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Assessment of Environmental Biodegradation of Synthetic Polymers

The large-scale commercial use of synthetic polymers and their disposal in the environment is a phenomenon less than half a century old, a duration which is minuscule in the evolutionary time scale required for microbial evolution on earth. Consequently, unlike their naturally-occurring counterparts, the biopolymers, which enjoyed long-term interactions with the microbial biosphere, synthetic polymers never had the opportunity to serve as a source of a microbial nutrient of any significance. Hence, few, if any, of the microorganisms are biochemically equipped to catabolize synthetic macromolecules. This lack of development of metabolic pathways capable of utilizing synthetic polymers is often cited as the main reason for recalcitrance of synthetic polymers in the environment [1]. The term “recalcitrant” is used here to describe organic compounds that persist for extended periods of time in the environment, but not necessarily as a result of microbial fallibility.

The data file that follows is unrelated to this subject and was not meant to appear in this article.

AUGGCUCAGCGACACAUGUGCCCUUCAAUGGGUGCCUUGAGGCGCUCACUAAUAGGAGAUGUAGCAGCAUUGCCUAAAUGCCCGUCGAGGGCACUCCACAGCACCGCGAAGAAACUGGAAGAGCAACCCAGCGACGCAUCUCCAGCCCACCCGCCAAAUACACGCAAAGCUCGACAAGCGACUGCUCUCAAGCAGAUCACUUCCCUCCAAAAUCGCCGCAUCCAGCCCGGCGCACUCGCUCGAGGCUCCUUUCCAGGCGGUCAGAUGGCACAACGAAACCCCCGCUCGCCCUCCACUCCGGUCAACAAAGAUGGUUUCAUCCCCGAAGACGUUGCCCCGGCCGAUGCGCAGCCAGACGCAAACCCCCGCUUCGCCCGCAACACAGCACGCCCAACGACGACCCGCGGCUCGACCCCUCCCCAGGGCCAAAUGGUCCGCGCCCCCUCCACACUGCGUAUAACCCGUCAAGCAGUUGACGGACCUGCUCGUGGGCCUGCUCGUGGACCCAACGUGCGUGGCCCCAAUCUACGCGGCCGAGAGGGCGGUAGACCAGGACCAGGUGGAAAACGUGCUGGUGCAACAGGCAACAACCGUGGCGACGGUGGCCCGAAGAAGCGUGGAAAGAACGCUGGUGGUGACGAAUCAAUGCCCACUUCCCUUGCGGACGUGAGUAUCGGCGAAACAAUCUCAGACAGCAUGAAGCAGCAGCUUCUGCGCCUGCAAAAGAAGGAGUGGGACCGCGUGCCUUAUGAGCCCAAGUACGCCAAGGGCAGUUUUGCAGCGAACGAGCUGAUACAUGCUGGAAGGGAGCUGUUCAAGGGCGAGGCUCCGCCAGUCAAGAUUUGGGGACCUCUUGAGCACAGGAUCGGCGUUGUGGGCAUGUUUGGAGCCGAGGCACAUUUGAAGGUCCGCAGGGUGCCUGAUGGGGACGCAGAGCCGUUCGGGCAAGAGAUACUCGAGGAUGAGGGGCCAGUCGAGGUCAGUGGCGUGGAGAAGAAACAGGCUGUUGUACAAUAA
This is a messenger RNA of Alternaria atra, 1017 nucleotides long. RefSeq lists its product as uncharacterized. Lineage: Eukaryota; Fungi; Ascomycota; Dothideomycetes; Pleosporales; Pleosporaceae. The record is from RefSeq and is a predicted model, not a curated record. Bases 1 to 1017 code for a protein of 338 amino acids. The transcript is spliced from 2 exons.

Andrady, A. (1994). Assessment of Environmental Biodegradation of Synthetic Polymers. Journal of Macromolecular Science, Part C, 34(1), 25-76. DOI: 10.1080/15321799408009632

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